biden tax changes impact on real estate investors

Nationwide, home prices are up nearly 11% over the last year. But rents are up less than 1%, and in many of the largest cities they’ve dropped 5-10%.

Which means rental returns and cap rates are dropping in most markets.

Should you keep investing in rental properties? What about real estate in general? What are some alternative ways to invest in real estate?

Deni & Brian break down your options to invest in real estate profitably, both among rentals and other types of real estate investments.

Video Broadcast Version

Audio Podcast Version

Also available on iTunes, Stitcher, and wherever else you listen 🙂

Resources Mentioned in This Podcast & Video:

What short-term fix-and-flip loan options are available nowadays?

How about long-term rental property loans?

We compare several buy-and-rehab lenders and several long-term landlord loans on LTV, interest rates, closing costs, income requirements and more.

live off rents podcast transcript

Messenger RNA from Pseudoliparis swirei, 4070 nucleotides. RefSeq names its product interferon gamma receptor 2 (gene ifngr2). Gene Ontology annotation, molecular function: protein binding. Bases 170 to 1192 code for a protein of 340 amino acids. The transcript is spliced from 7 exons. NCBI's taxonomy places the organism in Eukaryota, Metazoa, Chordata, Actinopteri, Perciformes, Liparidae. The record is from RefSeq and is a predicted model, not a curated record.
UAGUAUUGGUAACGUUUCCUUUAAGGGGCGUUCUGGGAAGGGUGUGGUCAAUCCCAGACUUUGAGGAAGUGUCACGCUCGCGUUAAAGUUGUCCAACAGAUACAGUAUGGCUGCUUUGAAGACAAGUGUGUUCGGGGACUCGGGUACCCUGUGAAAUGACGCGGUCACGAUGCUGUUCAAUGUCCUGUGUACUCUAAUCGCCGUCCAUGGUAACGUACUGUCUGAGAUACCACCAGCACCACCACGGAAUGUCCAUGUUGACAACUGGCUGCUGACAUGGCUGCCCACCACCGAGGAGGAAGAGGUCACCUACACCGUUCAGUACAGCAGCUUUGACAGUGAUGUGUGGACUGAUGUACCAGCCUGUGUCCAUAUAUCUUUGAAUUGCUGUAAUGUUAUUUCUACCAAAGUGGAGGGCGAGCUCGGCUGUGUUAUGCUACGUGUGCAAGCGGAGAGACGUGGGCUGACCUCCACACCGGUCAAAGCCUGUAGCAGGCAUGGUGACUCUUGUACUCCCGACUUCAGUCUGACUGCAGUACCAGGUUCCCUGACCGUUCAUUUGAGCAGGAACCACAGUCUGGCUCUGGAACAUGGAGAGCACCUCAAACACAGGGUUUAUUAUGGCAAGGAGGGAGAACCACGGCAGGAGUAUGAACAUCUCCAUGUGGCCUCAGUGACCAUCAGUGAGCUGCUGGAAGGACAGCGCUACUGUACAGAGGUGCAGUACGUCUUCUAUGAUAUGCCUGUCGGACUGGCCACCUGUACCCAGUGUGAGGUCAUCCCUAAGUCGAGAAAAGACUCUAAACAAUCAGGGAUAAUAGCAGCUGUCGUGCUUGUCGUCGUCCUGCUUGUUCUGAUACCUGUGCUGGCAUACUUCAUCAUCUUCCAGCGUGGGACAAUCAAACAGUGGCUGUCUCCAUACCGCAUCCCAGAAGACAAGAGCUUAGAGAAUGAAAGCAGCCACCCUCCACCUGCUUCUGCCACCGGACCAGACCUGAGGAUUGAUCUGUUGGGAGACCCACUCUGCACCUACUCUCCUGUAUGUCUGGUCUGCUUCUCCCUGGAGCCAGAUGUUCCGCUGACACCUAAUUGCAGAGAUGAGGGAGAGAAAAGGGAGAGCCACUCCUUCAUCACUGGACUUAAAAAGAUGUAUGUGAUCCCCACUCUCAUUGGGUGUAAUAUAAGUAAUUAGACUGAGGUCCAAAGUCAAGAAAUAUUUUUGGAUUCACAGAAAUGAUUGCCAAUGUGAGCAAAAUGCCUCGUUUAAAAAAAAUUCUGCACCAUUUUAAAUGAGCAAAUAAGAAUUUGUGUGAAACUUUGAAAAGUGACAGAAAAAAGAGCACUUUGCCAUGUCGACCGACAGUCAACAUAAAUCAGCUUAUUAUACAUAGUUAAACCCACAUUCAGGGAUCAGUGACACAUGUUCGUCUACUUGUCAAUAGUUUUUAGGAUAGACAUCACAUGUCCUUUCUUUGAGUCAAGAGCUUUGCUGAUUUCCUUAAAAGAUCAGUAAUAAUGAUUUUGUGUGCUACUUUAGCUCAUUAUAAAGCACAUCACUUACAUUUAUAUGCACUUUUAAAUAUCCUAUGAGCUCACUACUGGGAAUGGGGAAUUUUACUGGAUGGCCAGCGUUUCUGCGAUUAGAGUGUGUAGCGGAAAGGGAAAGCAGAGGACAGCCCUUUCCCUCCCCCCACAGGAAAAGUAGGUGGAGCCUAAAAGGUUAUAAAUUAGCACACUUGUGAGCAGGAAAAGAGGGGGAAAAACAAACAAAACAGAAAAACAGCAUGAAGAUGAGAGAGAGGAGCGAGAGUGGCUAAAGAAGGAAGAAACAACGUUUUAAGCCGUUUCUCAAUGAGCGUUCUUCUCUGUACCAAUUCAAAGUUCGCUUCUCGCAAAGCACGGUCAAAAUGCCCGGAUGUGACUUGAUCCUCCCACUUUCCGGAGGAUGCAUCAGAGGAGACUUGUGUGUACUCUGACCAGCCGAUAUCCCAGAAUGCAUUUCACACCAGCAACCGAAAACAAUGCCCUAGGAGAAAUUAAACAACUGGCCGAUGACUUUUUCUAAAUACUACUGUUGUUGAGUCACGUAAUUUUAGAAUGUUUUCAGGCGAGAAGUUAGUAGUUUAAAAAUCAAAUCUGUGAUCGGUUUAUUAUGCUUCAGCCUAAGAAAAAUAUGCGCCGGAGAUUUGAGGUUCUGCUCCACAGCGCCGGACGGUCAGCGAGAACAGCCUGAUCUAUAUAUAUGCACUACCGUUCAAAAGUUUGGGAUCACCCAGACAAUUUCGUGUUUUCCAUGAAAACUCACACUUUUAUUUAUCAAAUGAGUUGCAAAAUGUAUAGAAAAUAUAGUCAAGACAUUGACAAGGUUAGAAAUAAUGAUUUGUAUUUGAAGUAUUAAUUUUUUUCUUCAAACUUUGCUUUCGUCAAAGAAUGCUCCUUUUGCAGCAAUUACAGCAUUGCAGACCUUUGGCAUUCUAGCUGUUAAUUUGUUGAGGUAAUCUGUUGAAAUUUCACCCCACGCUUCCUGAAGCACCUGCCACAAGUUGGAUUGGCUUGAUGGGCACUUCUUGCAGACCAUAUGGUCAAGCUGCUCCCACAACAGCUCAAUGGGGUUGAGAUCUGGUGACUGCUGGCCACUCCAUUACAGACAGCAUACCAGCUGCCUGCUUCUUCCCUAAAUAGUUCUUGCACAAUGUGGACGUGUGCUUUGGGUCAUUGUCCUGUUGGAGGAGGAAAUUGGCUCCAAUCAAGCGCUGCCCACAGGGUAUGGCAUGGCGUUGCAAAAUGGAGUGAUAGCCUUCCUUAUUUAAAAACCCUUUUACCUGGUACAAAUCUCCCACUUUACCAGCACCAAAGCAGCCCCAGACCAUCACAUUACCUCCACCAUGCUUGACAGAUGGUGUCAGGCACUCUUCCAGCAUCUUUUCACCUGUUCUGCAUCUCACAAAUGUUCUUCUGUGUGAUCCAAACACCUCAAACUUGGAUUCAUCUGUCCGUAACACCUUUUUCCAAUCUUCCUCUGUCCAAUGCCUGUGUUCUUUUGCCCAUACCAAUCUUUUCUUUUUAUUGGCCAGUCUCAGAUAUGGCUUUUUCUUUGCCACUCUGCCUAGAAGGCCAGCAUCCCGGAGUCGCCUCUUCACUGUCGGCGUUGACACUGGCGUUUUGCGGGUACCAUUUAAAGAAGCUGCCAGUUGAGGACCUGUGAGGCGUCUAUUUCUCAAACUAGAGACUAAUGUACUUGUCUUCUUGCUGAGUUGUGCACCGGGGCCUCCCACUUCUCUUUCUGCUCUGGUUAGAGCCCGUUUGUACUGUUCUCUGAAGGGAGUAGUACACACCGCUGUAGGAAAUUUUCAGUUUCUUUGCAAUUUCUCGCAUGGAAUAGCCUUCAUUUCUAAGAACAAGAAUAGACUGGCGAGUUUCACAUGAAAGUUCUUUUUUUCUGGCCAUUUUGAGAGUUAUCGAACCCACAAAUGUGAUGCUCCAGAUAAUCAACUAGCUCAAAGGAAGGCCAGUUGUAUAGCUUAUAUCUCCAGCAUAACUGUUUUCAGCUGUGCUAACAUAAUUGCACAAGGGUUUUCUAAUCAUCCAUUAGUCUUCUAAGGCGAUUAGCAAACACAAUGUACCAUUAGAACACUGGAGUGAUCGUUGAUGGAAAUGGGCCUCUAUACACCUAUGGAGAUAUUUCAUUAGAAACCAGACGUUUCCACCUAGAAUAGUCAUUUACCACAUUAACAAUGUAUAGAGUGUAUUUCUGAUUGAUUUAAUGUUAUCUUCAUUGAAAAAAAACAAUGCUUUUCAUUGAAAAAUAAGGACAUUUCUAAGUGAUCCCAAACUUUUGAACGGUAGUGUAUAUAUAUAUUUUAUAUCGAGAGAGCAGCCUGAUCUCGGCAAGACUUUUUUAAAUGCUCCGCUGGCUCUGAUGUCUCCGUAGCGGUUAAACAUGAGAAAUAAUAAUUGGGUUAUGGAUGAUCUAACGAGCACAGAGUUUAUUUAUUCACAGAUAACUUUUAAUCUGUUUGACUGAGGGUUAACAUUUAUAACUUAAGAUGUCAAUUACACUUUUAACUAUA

Deni: Hi everyone, and welcome to Spark Rental’s, broadcast live from Facebook and our podcast. Let us know where you’re joining us from. We don’t like to just talk to the air. We talk to each other all the time. If you joined us last week, you saw that Brian interviewed Rick Orford and it was an awesome interview. He’s a cool guy. Today we’re going to touch base on a touchy subject. With cap rates down, should you invest in real estate? And with that being said, Brian, go for it. Let us know. Brian: All right. Well, over the last year, there’s been a troubling trend for rental investors, and home prices have skyrocketed. According to Zillow, home prices nationwide are up almost 11 percent year over year. But rents are flat for the year. The rents have risen less than one percent nationwide. And in the largest cities, prices are going up, and rents are way down. Like in New York City, for example, prices are up nearly 19 percent, while rents are down over nine percent. And that trend you can see in all the largest cities in the US. In L.A., prices are up to nine and a half percent. Rents are down slightly. Chicago rents are up over eight percent, while rents are down nearly three percent. In Boston, it’s even worse. Prices are up almost 11 percent, while rents are down over six percent. Deni: Don’t you find it interesting, though? I mean, if housing prices are up, fewer people will be able to afford to buy. You would think more people would rent and our rent prices would go up. But that’s too simple, right? Brian: Well, there’s a couple of things at play here. One being the eviction moratorium. landlords can’t inject nonpaying once tenants. And there’s been particularly high unemployment among lower-wage workers in the US. You know, a lot of the industries that got hit super hard. The service industry, the hospitality industry, you do have a disproportionate number of renters in those industries, whereas a lot of professional jobs and white-collar jobs have been those industries have largely remained unscathed throughout the pandemic. Those people have had consistent buying power and in fact, maybe some extra buying power from all the stimulus money they’ve received but didn’t need. Whereas a lot of lower-wage people really did get hurt and did lose their jobs or lose income, maybe reduced hours. It kind of makes sense that, middle and upper-class people who tend to be the bulk of homeowners, they’ve done pretty well actually during the pandemic. And they’ve wanted to go out and buy properties with more space. And there’s been this kind of lunch for real estate, particularly as fears of inflation have stoked as well, with trillions and trillions of dollars of stimulus spent, a lot of middle and upper-class Americans are worried about inflation. And one way to protect against inflation is to buy real estate because you lock in your mortgage, your monthly payment for the next 30 years as opposed to renters, the rents are going to probably go up year after year. Deni: It’s interesting. We had a meeting at my real estate office. And one of the things they were saying is because the entertainment the business went down so people couldn’t do things. They were opting for larger homes because budgets for entertainment were slashed. They were looking for more space to be able to do more and homes, And we’re seeing that here in Pennsylvania. Brian: Oh, there’s no question we’ve seen that across the board, the bottom-line trend, the story over the last year was that or at least for investors, the cap rates and grocery multipliers are looking uglier in the US. House prices are higher. Rents are either lower or have stayed flat. it’s more expensive to buy the same amount of rock bottom line for rental investors. Deni: What is your prediction on all of this? Brian: Well, so I expect rents to rise a little faster over the next 12 months than they did in the last 12 months. We’re going to likely see the eviction moratorium left at the end of June. I don’t think that will be extended a fifth time or whatever it’s been, and I hope not. Brian: I do think that is where the buck will stop, when the eviction moratorium lifts, that will ease some pressure there. And we’re already seeing the service and hospitality sectors rebound, those jobs are coming back with a vengeance. But I don’t expect rents to rise enough over the next 12 months to catch up with the lift and home prices, both that we’ve seen in the last 12 months. And they will continue going in the next four months., we are going to see immigrants start to rise some more, but it’s not going to be enough to offset this huge differential in how prices have risen versus rents. Deni: Do you think that properties are out there? Brian: Yes, there are always deals to be found, that doesn’t mean that it’s necessarily easy to find those deals right now. That is one option out there for real estate investors who do want to continue buying properties directly because you can find off-market deals, you can find excellent deals from distressed sellers, people in foreclosure, people getting divorced, people’s properties are intact, Taxila, and people who inherited properties that they don’t have any interest in. You can find these off-market deals for people that haven’t hired a realtor, listed their property publicly for sale, but who would be open to selling or making a quick sale without necessarily marketing it to top dollar. you can use tools like Prop Stream, for example, to find some of these distressed sellers. That’s his favorite tool for finding some of these off-market deals. Check out Prop Stream and we’ll put a link to that in the comments here as well. And you can also use strategies like driving for dollars where you drive around and look for properties that are clearly run down or vacant or where the owner is just obviously not taking very good care of it or pretty much interest in it. And there’s a great tool you can use for that Deal Machine where you literally snap a photo of the property phone and then the app will pull up the public records quickly. It will pull up the owners’ information and their contact details. And if you can even with a click a button, send out letters or postcards to the owners of these properties, those are two tools that we like a lot for finding some of these off-market deals. It’s hard to find good deals or rental properties on the MLS right now. Deni: Yeah, I mean, it is. Brian: I mean, you’re going to have a really hard time if you’re trying to compete with every Tom, Dick, and Harry who’s got ears looking at the MLS. Right. I mean, these are all publicly listed. And you can find other you can find better markets to invest in. You can invest out of state and find cities with better cap rates or better gross multipliers., you can check platforms like rootstock stock, which is a good platform for buying turnkey rental properties long-distance. The last stat I saw from them, it was more like. Sixty-two percent of the transactions on restack are from buyers who are more than a thousand miles away from the property. it is designed to make the process easy for long-distance buyers to buy rental properties. And they include all kinds of cool resources and tools for out-of-state buyers. And a bunch of guarantees, that you kind of have. One of their guarantees is that if you buy a vacant property, that you’ll have it rented within 30 days, you must feel bad about it. But they’ve got several guarantees you can check out. Brian: And I’m going through the link to stock as well in the comments here. And you can also go through turnkey property sellers like we have a friend of ours, Ali Boone, who is the founder of Hipster Investments, who is going to be joining our show in a couple of weeks here, should be coming on as a guest. She operates in a bunch of markets like I know she works in Indianapolis and I think she works in some markets in Ohio as well. We have a good friend of ours who operates in logical property management up in Michigan. She can go through these kinds of turnkey sellers who will help you find rental properties that are good deals and cash flow. Well, and then in some cases, like Drew, I mean, he wants to become a long-term partner but is not trying to just sell you something once and then disappear if he wants to manage your property for you if you would like, but form a long-term partnership with you. those are some trust indicators that you want to look for when you’re going to properties long-distance. Deni: It’s like the term you use skin in the game. Brian: That’s right. Exactly. And if you’re looking for some ideas for cities that are not in your backyard or, markets that do have strong gross rental multipliers, which means, low price to high rent ratios, we do have an interactive map that we’ve created and we update every month or two with the top one hundred cities in the US and their gross rent multipliers, along with their median rent and medium property price. we’ll put a link. About as well here in the Commons. Deni: Which is his. now in my area, it’s ridiculously crazy and some other areas are just nuts, but do you notice a similarity in these places or, you know like Pennsylvania is one I know Florida is picking up. I was just there, so, Brian: Yeah, so a lot of secondary markets have done well during the pandemic, know the most expensive cities have not done as well during the pandemic. But markets like Austin, Texas, Memphis, Tennessee, some of these kinds of secondary markets that are major cities, but they’re not the largest, most expensive cities in the US. A lot of these places, the suburbs, or major cities, have done pretty well over the last year, vacation hot spots or tourist towns that are inherently beautiful or have some inherent attractions to them, like beach towns, ski towns. These places have done pretty well in the last year, prices, which makes them not fantastic places to invest in, rental properties, necessarily, if the prices have been spiking. Right. we put together a couple of interactive maps, as well as some of the hottest real estate markets over the last year. These are not necessarily markets where you want to buy rental properties, but it’s just something to be aware of as a real estate investor where prices are going through the roof right now, Deni: It’s crazy, too, because when the pandemic first started, they were dropping the house. The home prices and vacation areas were dropping drastically. Then when it started lifting people, didn’t want to travel too far, but they didn’t mind traveling. You know, if it was close enough to their home, to mountain and sure. Resorts and then suddenly, they just went nuts. it’s funny how you don’t know. You just don’t know. Brian: That’s true. I mean, we pretend we have a crystal ball, but I mean, the future is uncertain for all of us. Deni: That’s for sure. what are some other alternatives? Brian: Oh, sure. I mean, our whole business is around helping people invest in real estate, so we love investing in rental properties directly, but that’s not the only way to invest in real estate. You can flip houses, of course, which in this market has been a good market for flipping houses with depreciating so best. 2006, 2007 was also a good market for flipping houses. And then a lot of people got stuck holding properties that they suddenly couldn’t sell. used to be a little careful. When prices are skyrocketing so fast, you can also wholesale properties, some another way of kind of indirectly investing in real estate. You can buy shares in publicly traded REIT real estate investment trusts. I don’t love publicly traded REITs for a couple of reasons. One is that because they’re traded on public stock exchanges, they tend to move in too much correlation with stock markets. And to me, one of the huge benefits of investing in real estate is to not have that correlation, to have to benefit from the diversification of asset classes. You want your assets to move. Deni: Different directions… Brian: Different directions from each other. You don’t want too much correlation in the market movements of your asset classes. that’s one reason I don’t love publicly traded rates. I also don’t love the fact that under regulations, they have to return 90 percent of their profits to investors in the form of dividends, which sounds like a good thing for investors. And it means you end up with high dividend yields. But it also means that these funds can’t go out and buy more properties because they have to return all their profits to investors as dividends so they can’t reinvest those profits to buy more properties, build their portfolios so they don’t have much potential for growth and appreciation in their fund, their share prices. Deni: It’s probably a good way, to get involved in that. But don’t make that your whole real estate portfolio. Brian: Right. I have some shares in publicly traded REITs. I’m not saying you shouldn’t buy them. As you said, Deni, they make a good kind of minority share in your portfolio, a very small share. I’ll tell you what I like more than publicly traded REIT is real estate crowdfunding platforms. some of these operate as private REITs. They’re not traded publicly on stock exchanges. You buy them privately, directly from the platform. one example of these is Fundrise they have a few different REITS that you can buy. Fundrise does mostly residential apartment buildings And that sort of property, Streetwise is another one. And they do more commercial properties. I like Streetwise because first of all, they have a really strong dividend. They’ve been returning between eight and 10 percent annual returns, dividend-wise in dividend yields since inception, basically even throughout the pandemic. I like them. Now, some of these crowdfunding platforms don’t just own properties. They lend money against properties as well. And those can either be in the form of REITs, like Fundrise you can choose whether you want to have more of your money in actual funds that own properties versus more money in funds that lend against property more or one other platform. Brian: A crowdfunding platform that I like is the Ground Floor. They are a hard money lender. They lend to people who buy houses or flip properties. renovate it and then sell it or people or developers who build properties on vacant land. But you can pick and choose on Ground Floor which loans you want to fund. And you can lend as little as ten dollars toward any one of these different loans. You can diversify out a little bit of money to a lot of different loans secured against these different properties around the US. And it’s a short-term investment. You get your money back usually within six months or a year, as opposed to Fundrise and Streetwise and some of these other real estate crowdfunding platforms, they expect you to leave your money in for at least five years. In some cases, they penalize you if you try to take your money out early, whereas Ground Floor is a short-term investment, you usually get your money back within a year in most cases. Deni: Christina mentioned. What I am noticing lately is everybody is creating a course and going the coaching route. Which is for all things. Brian: Sure. I mean, we sell a couple of courses, it’s a relatively minor component of our business. We have landlord software and then we do a lot of free education as well. That’s been a popular business model increasingly over the last five years. And some people do well with it. And there was no there’s just a huge variation in quality among those courses. Some of them are outstanding. Some of them are not as great. But it’s a business, right? Deni: It is. But I mean, there are so many niches in real estate. It’s nice that there are courses for whether it’s land investing, short term, or like what we do, which is, buy and hold. it’s nice to be able to get that kind of information and mentoring. Brian: Yeah, absolutely, and, I mean, we are partnered with Mark Podolsky Land Geek course, if you’re interested in land investing, let us know. We can send you a link for that as well. And it is something that we have started doing ourselves more is investing in land for a couple of reasons. I mean, one, because of some of these trends we’ve been talking about for the last 15 minutes, but also because we’re a little concerned about the way regulation is headed. It’s early, so I won’t speak for Deni, I am a little concerned about how residential real estate and rental properties are being regulated in the US and the trend that that’s moving in kind of anti-landlord, much more tenant-friendly rules, and regulations. And you can see it in how the eviction moratorium has been extended four or five times. The land is unregulated, it’s effectively a commercial transaction, And you don’t have the headaches of tenants calling you at 3:00 a.m. complaining that a light bulb burned. Deni: Just dirt. Brian: Yeah, exactly. Before we wrap up one other thought that is worth sharing as far as alternative ways to invest in real estate. You can invest with us if you want. We are. And we’ve been saying this for a year now. We are going to be rolling out co-investing properties where you can buy fractional shares in rental properties that we own ourselves. I mentioned Drew just a few minutes ago of a Michigan. We’re working with him on a property right now and we’re going to be releasing it out to a few people on our waiting list who asked to be notified when we do our next co-investing property. Deni: This is such a good way to invest. This is almost better than, of course, because now you’re invested in it and you’re learning the steps along the way. Brian: Yeah. You will see both the behind-the-scenes of what that looks like, buying and renovating, renting out this property because you’ll be a fractional owner of it. And we’ll be broadcasting all of that behind the scenes. the way that will work most likely is selling shares in increments of one percent ownership of the property. if you’re interested in that, just shoot us a comment here on Facebook or you can email me at [email protected] or [email protected] And we’ll add you to the waiting list for that. Deni: Absolutely., do you have anything else for us, Brian? Brian: No, just do a quick recap of what we talked about today, so we talked about how prices have been skyrocketing, home prices in the US have skyrocketed over the last year, but rents have stayed flat in many markets or dropped in a lot of the larger cities. Talked about how rents will probably rise a little faster over the next 12 months, but not as fast as home prices and certainly not enough to catch up to the difference in how those have diverged over the last 12 months. One way that you can still find good deals is to pursue distressed sales and other off-market deals. You Can do things like driving for dollars, using tools like a Deal Machine. You can use tools like Prop Stream to try to find distressed sellers or look for markets that still have good cap rates, good growth rate multipliers using tools like Roof Stock, go through turnkey sellers like Ali Boone or Drew. We put a couple of links to where you can look at the top 100 cities in the US by gross rent multiplier. A couple of alternative ways to invest in real estate, publicly traded REITS, private crowdfunding investments like private REITS, and putting money towards loans secured by real estate or co-investing with us. Deni: Edwin and Christine both would like some information on that, just shoot us an email either at [email protected] Or [email protected] and we’ll get you on that list. Brian: Edwin and Christina we will need your email addresses to add you to the waitlist. And the waitlist is not super long, we’re going to be releasing this first one that we do just to people on the waitlist. We’re not publicly advertising it or trying to we’re not trying to raise money here. This is purely among our circle of people who have worked for this before and knew we know and like and trust, because we are going to be partners on a real estate deal. Deni: Absolutely. And we have a passion for teaching and providing the knowledge and whatnot. Brian: Learn while you earn. Deni: Yes, that’s the best way to do it. Brian: Deni, anything else you want to add before we wrap this up? Deni: No, I think that you pretty much covered a lot of this. It’s a lot of information, but a lot of good information. I know we have seen many people worried, about real estate and buy and hold real estate because of the moratorium, primarily because it’s kicked some of the landlord’s butts of just one or two or one to four properties big time. I think these are some good alternatives. Brian: Sounds good. Well, let us know what you guys want to hear about next week. These Facebook live broadcasts and podcasts are all about you and what you want to hear is not done. And I don’t do it for our health or not just to chat with each other. This is all about you guys. stay in touch. Let us know what you want to hear about this message over Facebook or choose email support to on. And we will catch you next Tuesday. Deni: Absolutely. Have a great day. Brian: See you later.